Google's Obsession With Facebook Is Wrecking The Company, Says This Former Engineer

larry page sergey brin

Photo: Flickr / Joi

James Whittaker loved working at Google when he joined in 2009 from Microsoft.It was “a technology company first and foremost,” where engineers were encouraged to innovate and the business model of selling ads was in the background.

But earlier this year he quit and went back to his previous employer: Microsoft.

As he writes in a blog post today, everything changed when Larry Page took over last year.

Now, Whittaker says, Google is “an advertising company with a single corporate-mandated focus.”

That focus: beating Facebook by making every Google product more social.

Whittaker writes:

Larry Page himself assumed command to right this wrong. Social became state-owned, a corporate mandate called Google+. It was an ominous name invoking the feeling that Google alone wasn’t enough.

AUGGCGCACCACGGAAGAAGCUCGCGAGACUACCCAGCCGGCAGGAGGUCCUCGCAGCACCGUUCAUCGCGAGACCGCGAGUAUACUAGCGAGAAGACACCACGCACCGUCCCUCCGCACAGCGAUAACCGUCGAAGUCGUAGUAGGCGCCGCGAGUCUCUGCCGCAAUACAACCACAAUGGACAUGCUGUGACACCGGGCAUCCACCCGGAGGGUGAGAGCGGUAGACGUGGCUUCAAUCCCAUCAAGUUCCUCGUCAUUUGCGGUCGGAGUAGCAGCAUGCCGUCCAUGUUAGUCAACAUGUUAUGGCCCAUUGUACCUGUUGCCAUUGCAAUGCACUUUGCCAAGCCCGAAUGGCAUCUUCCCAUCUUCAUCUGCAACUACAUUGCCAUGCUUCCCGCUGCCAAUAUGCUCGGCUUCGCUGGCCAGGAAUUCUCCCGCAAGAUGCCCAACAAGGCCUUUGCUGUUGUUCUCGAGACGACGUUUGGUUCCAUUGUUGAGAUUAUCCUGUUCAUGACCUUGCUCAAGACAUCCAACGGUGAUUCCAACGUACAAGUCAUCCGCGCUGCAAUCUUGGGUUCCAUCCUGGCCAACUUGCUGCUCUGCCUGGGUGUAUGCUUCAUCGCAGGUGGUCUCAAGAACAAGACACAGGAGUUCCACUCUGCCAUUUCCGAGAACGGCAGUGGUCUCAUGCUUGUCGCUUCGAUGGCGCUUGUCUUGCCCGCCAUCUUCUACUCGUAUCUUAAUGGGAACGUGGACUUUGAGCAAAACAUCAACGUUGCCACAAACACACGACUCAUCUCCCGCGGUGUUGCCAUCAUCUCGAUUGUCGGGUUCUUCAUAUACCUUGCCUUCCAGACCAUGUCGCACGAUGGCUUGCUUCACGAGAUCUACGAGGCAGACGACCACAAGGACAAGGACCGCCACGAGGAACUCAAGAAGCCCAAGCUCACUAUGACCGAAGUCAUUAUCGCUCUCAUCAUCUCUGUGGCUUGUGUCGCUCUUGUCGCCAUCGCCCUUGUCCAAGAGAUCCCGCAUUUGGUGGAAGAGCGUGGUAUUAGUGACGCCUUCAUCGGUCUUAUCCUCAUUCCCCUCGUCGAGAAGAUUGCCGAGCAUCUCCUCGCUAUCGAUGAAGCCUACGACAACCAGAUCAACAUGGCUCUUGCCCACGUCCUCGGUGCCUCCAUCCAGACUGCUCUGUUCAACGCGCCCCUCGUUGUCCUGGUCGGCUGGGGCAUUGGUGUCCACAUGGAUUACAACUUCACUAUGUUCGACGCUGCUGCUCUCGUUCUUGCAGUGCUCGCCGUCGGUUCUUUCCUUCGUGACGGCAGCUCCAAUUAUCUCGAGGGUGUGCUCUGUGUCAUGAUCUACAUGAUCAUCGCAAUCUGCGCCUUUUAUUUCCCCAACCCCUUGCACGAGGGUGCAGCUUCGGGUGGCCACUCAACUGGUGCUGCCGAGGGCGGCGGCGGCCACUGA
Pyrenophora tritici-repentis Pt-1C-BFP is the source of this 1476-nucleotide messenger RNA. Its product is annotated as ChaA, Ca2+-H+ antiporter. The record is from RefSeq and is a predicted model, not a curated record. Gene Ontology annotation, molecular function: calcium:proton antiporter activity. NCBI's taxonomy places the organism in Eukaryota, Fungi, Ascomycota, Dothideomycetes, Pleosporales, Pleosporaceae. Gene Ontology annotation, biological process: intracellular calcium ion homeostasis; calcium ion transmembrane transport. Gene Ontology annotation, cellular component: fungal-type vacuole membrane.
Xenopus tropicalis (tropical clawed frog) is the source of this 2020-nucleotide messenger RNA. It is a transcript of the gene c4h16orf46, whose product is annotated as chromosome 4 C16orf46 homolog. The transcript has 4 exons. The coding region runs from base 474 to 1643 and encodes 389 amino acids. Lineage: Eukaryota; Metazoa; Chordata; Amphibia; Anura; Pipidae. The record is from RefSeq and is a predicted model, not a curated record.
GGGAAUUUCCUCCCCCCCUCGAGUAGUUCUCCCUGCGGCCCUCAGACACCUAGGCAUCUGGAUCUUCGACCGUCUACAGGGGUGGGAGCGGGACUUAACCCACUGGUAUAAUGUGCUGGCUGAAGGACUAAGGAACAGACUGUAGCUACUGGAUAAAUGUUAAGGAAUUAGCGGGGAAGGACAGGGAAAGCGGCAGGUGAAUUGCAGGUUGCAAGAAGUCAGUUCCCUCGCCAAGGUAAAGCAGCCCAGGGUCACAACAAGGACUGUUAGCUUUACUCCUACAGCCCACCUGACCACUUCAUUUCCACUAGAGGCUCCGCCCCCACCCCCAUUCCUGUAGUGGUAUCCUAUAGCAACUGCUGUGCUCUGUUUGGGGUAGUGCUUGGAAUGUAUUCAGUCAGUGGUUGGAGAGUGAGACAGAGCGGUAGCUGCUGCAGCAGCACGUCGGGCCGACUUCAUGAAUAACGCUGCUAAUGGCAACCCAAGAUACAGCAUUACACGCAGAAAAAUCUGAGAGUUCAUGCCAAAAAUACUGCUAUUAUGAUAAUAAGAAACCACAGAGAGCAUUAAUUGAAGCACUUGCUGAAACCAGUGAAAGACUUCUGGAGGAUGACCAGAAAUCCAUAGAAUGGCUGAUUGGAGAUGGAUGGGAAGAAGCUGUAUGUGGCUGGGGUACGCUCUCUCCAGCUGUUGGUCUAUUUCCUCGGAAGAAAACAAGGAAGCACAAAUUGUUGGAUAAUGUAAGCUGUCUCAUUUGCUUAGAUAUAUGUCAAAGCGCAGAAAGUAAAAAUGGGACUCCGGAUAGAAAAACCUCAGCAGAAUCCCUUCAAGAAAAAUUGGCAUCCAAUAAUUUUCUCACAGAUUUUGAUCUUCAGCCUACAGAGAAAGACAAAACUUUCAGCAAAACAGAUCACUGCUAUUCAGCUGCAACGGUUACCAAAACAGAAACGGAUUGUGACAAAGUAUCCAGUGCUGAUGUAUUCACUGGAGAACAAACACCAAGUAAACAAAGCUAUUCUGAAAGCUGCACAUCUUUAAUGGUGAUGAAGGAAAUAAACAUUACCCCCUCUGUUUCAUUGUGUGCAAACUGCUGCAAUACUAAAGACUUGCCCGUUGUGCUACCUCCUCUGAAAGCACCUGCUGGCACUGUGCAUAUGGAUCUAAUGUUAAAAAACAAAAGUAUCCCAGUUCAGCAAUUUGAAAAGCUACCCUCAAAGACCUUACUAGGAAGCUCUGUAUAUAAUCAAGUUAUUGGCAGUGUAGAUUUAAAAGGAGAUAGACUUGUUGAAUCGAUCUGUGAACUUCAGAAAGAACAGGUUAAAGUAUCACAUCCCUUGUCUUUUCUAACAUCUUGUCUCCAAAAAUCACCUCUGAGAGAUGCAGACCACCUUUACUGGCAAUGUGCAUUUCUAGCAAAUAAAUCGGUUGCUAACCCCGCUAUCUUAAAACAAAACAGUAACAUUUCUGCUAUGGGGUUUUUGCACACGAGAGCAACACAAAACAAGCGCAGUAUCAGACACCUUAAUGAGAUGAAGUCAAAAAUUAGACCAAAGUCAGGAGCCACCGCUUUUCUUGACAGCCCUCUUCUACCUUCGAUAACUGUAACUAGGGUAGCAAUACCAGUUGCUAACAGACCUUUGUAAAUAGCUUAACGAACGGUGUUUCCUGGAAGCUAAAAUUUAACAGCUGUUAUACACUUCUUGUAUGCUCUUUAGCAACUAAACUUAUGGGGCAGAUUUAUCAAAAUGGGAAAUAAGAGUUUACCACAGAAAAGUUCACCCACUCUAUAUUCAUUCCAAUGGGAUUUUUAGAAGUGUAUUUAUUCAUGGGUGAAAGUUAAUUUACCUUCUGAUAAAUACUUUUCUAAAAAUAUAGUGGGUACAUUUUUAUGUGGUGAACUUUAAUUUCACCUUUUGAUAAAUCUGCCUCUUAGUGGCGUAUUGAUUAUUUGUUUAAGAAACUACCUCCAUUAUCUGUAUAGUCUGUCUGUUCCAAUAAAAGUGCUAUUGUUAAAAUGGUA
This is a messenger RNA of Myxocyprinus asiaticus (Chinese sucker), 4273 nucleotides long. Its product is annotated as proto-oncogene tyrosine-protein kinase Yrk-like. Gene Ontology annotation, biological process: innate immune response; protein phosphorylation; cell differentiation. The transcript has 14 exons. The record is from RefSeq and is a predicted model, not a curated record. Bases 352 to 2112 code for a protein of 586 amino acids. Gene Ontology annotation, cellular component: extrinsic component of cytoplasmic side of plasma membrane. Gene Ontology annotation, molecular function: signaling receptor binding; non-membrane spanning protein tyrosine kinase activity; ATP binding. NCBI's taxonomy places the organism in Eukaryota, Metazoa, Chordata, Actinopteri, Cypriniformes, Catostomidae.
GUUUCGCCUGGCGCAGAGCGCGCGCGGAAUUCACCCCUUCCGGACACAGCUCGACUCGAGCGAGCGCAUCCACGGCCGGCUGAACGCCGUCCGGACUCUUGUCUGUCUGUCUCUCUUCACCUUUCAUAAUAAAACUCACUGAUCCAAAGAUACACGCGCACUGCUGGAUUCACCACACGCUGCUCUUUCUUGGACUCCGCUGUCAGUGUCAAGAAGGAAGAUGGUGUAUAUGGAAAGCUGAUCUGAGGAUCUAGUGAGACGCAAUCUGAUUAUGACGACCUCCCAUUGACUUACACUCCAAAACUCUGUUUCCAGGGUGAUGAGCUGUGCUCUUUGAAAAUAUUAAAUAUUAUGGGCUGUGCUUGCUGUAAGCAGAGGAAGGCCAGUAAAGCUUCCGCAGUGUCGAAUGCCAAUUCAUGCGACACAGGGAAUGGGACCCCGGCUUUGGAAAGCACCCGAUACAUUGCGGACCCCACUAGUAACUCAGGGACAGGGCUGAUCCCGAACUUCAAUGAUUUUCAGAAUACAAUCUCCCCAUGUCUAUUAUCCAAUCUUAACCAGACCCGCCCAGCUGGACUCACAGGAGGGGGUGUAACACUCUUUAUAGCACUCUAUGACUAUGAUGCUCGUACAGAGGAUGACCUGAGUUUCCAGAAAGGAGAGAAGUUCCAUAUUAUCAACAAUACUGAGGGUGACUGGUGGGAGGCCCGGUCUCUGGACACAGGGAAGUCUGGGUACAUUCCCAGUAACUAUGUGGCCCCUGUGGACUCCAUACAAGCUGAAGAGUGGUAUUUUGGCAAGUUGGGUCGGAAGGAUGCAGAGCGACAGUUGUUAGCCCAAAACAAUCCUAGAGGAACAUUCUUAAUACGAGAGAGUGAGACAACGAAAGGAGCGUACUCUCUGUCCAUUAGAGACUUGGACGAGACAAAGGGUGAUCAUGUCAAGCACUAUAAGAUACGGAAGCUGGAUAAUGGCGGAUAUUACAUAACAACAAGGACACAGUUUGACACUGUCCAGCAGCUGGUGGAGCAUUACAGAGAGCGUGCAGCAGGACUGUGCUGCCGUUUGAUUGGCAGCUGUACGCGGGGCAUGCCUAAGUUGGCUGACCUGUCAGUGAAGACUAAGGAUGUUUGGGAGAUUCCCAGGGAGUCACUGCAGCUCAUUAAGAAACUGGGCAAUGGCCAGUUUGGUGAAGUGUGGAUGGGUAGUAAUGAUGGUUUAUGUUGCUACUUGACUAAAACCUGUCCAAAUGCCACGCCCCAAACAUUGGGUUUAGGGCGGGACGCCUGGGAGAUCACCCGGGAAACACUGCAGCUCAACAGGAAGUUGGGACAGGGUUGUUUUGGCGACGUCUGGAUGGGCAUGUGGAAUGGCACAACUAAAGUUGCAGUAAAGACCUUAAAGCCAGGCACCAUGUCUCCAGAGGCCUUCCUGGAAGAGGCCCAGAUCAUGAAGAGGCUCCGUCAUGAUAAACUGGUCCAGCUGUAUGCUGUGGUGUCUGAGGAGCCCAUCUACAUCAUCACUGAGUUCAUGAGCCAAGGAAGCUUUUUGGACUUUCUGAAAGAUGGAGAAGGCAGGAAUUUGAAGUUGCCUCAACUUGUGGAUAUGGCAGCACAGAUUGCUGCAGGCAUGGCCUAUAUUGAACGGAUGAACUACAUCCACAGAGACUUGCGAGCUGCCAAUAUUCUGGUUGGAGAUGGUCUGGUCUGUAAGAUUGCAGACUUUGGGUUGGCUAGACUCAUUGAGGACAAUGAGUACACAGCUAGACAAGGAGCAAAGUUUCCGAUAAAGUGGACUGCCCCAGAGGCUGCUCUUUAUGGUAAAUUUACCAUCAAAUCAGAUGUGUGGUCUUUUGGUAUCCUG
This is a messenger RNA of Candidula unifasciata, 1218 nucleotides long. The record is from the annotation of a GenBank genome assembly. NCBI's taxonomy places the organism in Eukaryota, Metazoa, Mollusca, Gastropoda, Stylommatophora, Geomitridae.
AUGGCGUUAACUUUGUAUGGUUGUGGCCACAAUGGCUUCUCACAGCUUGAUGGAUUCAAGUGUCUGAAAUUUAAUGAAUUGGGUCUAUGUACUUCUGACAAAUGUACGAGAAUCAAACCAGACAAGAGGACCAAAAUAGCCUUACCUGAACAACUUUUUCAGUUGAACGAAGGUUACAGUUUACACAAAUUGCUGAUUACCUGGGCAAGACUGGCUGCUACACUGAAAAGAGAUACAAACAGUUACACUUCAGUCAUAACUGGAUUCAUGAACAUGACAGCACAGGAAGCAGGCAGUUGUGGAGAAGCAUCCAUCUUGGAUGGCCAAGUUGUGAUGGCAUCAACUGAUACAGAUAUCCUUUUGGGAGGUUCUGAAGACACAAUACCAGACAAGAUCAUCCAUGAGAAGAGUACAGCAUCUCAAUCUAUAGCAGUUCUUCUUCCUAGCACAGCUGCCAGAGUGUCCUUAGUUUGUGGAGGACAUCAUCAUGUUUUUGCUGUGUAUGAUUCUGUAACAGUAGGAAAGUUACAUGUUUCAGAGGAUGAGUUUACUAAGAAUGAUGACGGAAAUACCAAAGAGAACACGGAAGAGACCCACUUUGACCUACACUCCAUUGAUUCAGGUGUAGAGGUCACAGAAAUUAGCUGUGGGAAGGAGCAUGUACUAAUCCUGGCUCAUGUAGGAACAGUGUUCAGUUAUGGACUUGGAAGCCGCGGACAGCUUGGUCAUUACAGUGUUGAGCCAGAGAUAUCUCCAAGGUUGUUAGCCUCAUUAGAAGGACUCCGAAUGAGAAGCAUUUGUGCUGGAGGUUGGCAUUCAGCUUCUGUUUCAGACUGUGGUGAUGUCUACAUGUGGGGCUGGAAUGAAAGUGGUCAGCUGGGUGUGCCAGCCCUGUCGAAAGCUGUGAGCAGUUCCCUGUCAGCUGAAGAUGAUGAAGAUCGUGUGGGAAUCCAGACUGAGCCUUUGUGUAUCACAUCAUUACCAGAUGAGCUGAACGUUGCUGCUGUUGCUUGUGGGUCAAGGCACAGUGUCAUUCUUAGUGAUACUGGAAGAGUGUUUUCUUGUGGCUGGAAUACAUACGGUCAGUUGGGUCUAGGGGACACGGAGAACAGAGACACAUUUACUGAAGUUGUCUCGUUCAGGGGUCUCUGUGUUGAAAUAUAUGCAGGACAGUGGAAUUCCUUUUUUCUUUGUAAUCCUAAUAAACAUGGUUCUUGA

Page did this by mandating that every other product tie back into Google+, and by shutting down experimental projects like Google Labs and cutting back the fabled “20% time” where Googlers were encouraged to invent and experiment.

Whittaker bought into it, working on Google+ as a development manager.

But he says it didn’t work:

As it turned out, sharing was not broken. Sharing was working fine and dandy, Google just wasn’t part of it …. Google was the rich kid who, after having discovered he wasn’t invited to the party, built his own party in retaliation. The fact that no one came to Google’s party became the elephant in the room.

This could be sour grapes from somebody who didn’t get what he wants.

But we’ve spoken to other Google employees who have left in the last year, and a lot of them cited similar problems: a more top-down approach and a manic focus on beating Facebook.

One Googler who left in 2011 told us that Google is “wagering way way more than people think on Google+” and called it the “#1 product” inside the company now.

Business Insider Emails & Alerts

Site highlights each day to your inbox.

Follow Business Insider Australia on Facebook, Twitter, LinkedIn, and Instagram.